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Why the Boom in Single-Family Rentals? Renters with Kids, but No Cash; Owners with Cash, but No Kids.

advisory single family 2016 05 19 image1
May 19, 2016 Single-Family Rentals Institutional

One of the most dramatic shifts in the U.S. market over the past decade has been the unprecedented increase in single-family home rentals (“SFRs”). While there has been widespread discussion of the economic and demographic shifts affecting the U.S. multifamily rental market, a major component of the overall rental market—single-family rentals—has been largely overlooked. Understanding the recent dramatic shifts in the single-family rental market is critical to having a complete picture of the overall U.S. housing market.

As we set out to better understand the key drivers of the single-family rental market, RCLCO asked the following questions: What are the characteristics of the rental market for single-family homes? What market conditions and actors have driven changes in single-family rentals over time? What are the economic and demographic characteristics of households living in single-family rentals?

Our research found that:

  • Between 2005 and 2014, single-family rentals accounted for 88.9% of the net increase in occupied single-family stock and 62.5% of the increase in total occupied housing units.
  • While institutional-investor-owned inventory comprises a tiny share of overall single-family rental stock, the ongoing institutionalization of the sector—as well as its staying power—are key indicators of the market opportunity.
  • Single-family renter households predominantly consist of lower- and middle-income families with children, whereas single-family homeowners are much more likely to be older, wealthier, and not have children at home.


A Primer: Sizing Up the Single-Family Rental Market

The 15.1 million rented single-family homes in the U.S. account for 13% of all occupied housing stock in the U.S. and make up over one-third of all occupied rental housing stock. In the U.S., there are roughly 117 million occupied housing units. Of these, 80 million are single-family (attached and detached), 30 million are in multifamily buildings with two or more units, and just under 7 million fall into other categories. Within this inventory mix, there are approximately 73 million owner-occupied housing units and 43 million renter-occupied units. Single-family detached homes made up the largest individual share of the rental housing stock, comprising 29% of the entire rental market in 2014. Combining that portion of the market with the share of townhomes (single-family attached), all single-family residences accounted for 35% of the occupied rental stock in 2014.


Distribution of Occupied Rental Housing Stock by Type in 2014

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SOURCE: U.S. Census Bureau, 2014 American Community Survey 1-Year Estimates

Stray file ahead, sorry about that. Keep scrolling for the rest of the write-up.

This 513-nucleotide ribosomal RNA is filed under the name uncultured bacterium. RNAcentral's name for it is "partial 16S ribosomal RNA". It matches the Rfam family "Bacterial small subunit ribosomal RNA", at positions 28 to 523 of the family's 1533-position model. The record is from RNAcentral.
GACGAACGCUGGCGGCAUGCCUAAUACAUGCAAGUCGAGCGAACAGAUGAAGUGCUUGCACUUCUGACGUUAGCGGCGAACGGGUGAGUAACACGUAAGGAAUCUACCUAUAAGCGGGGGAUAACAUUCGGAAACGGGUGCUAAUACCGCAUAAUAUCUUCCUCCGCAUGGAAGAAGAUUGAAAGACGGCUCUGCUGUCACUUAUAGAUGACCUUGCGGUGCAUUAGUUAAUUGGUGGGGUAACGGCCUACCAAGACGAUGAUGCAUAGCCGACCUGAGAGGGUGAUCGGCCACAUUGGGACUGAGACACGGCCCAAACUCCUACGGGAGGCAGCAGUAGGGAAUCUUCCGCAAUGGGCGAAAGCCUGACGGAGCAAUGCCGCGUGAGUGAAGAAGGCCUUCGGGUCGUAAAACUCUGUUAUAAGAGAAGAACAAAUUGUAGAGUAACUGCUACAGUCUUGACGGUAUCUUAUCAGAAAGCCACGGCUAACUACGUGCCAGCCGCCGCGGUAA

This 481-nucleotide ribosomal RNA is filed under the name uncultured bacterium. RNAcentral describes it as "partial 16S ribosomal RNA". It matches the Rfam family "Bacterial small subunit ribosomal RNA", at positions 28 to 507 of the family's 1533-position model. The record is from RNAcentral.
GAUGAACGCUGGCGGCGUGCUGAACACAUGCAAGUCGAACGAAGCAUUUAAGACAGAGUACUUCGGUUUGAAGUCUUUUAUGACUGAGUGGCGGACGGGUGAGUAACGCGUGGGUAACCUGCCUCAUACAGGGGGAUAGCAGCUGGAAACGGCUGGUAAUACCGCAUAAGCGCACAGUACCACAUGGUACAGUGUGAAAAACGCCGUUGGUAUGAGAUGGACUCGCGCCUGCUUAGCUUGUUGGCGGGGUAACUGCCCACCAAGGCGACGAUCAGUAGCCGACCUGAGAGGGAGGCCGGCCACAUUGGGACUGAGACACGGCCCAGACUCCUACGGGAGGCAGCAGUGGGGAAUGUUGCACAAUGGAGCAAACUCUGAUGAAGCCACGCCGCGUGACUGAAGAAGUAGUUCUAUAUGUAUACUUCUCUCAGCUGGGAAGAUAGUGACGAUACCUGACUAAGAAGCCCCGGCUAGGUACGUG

The single-family rental market has seen explosive growth over the past decade; between 2005 and 2014, single-family rentals accounted for 89% of the net increase in total single-family occupied units in the U.S., adding 3.8 million units of occupied inventory. Between 2005 and 2014, the number of single-family detached rentals rose by 35%, from 9.1 million to 12.3 million, while the number of single-family attached rentals rose by 500,000.[1] During the same period, total occupied housing units increased by 6.5 million units, with single-family rentals accounting for 62.5% of total occupied housing growth.


Cumulative Change in Occupied Housing Inventory by Type and Tenure: 2005-2014 [2]

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SOURCE: U.S. Census Bureau, Quarterly Starts and Completions by Purpose and Design, 2015


Single-family owner-occupied homes increased by just 482,000 units over the same period; the remaining growth was largely captured by rental units in multifamily buildings with 10 or more units (1.7 million units) and rental units in multifamily buildings with fewer than 10 units (750,000 units). Occupied inventory of all owned multifamily units fell by 200,000. By any standard, this represents a dramatic increase for the single-market rental market, both in absolute terms and relative to overall rental housing stock.[3]


The vast majority of SFRs are conversions of properties originally built for sale; as a result, single-family rental properties tend to be smaller and older than single-family owned homes.[4] However, recently released residential construction data from the U.S. Census highlights an interesting trend: new construction of purpose-built single-family rentals constitutes an increasing share of total single-family housing starts over time. This phenomenon is partially attributable to the decline in single-family housing starts following the Great Recession. However, RCLCO’s analysis suggests that, even after controlling for this declining volume of single-family starts, the proportion of single-family construction made up by purpose-built single-family rentals has risen substantially, as measured by comparing new SFR starts to the long-term average volume of single-family housing starts (approximately 1 million annually). This phenomenon is highlighted in the chart below. Prior to 2000, only 2.1% of new single-family homes were constructed as rentals; since 2000, this share has grown to 3.2%.


Purpose-Built SFR as a Percentage of Actual and Average Annual Single-Family Construction Starts: 1974-2015